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Hank museum receives gift of mugs featuring ‘Old 14’

Way down in the Southland in Old Alabam,’ we lived in a place that they called Chapman Town, and late in the evening when the sun was low, way off in the distance, you could hear the train blow . . .”

Butler County’s most famous native son, Hank Williams Sr., penned those words, lyrics from a song called “Log Train,” written in 1952. And the train whistle was that of Engine No. 14, driven by Hank’s dad.

Now, “Old 14” is back in Georgiana, so to speak.

Keville Larson, grandson of J. Greeley McGowin, owner of the W. T. Smith Lumber Company of Chapman where the elder Williams worked, just donated more than 100 mugs featuring the image of the little black locomotive to the Hank Williams Museum and Boyhood Home in Georgiana.

Although the circa-1881 4-4-0 locomotive was moved to the Pike Pioneer Museum in Troy in the 1990s, many of those who grew up in or traveled through Butler County on Highway 31 fondly remember Old 14.

The locomotive first arrived in Alabama in 1912. Retired from service in 1925, the little steam engine was moved just off the much-traveled highway between Georgiana and Chapman.

“Everybody stopped to get their picture taken there, and to ring the bell,” recalls Georgiana city clerk Ann Browder.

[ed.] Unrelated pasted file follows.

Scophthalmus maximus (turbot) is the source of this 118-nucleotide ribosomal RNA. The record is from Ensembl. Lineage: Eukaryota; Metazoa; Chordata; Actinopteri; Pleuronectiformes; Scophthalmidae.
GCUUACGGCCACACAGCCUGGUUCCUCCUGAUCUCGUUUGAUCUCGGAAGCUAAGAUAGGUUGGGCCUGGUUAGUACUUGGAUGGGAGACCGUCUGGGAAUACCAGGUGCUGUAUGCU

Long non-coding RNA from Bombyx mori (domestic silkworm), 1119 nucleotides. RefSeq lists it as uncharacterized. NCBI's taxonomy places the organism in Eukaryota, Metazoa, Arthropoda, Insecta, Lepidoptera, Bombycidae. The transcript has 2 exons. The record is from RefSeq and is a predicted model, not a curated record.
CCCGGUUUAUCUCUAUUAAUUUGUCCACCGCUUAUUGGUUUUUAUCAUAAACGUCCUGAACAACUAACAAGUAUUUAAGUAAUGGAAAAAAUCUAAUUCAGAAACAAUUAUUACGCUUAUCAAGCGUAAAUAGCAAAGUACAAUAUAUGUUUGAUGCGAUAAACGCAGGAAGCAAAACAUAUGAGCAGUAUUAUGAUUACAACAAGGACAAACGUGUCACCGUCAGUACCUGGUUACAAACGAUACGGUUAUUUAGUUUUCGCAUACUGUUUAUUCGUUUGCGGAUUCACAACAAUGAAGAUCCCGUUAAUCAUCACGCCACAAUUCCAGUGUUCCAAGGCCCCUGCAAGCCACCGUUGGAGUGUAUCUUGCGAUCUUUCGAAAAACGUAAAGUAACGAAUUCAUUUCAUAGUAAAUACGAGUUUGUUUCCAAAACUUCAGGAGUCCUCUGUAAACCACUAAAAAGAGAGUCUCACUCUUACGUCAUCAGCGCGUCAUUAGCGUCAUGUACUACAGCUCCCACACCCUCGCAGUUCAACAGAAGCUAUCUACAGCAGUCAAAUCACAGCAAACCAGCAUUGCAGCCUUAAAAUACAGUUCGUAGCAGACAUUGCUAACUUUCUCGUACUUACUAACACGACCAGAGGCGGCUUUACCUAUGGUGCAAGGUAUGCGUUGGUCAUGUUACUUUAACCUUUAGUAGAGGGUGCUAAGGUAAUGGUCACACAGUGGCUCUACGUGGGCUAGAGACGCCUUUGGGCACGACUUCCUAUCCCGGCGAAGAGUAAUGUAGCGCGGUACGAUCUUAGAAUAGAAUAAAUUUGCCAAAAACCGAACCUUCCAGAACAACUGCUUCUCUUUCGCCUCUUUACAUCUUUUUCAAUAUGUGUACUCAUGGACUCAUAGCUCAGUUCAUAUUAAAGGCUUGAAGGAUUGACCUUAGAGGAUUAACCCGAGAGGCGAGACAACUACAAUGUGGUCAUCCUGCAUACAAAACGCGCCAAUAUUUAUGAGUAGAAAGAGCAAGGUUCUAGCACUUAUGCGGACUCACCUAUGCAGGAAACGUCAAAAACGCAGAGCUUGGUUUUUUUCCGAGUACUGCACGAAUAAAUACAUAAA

The locomotive stood in its roadside location for almost half-a-century. That added up to a lot of snapshots and plenty of pretend rides in its cab, locals say.

Folks can now enjoy a piece of Butler County’s past with a purchase of one of the black and white mugs, which sell for $5 each at the museum.

Larson said he originally had the No. 14 mugs made in 2005 as the McGowin family celebrated the 110th anniversary of the founding of W.T. Smith.

“They were so popular I ran out – and so I reordered,” Larson said.

The mug gets Browder’s seal of approval. “I’ll take odds there are a lot of people around Georgiana who would love to have one of these,” she said.

Margaret Gaston of the Hank museum heartily agrees.

“The log trains and lumber companies are a big part of Butler County history. Many, many people worked there over the years and of course, we have Hank’s family ties to this, too,” Gaston said.

“We really appreciate Keville for donating this wonderful mugs to help our museum.”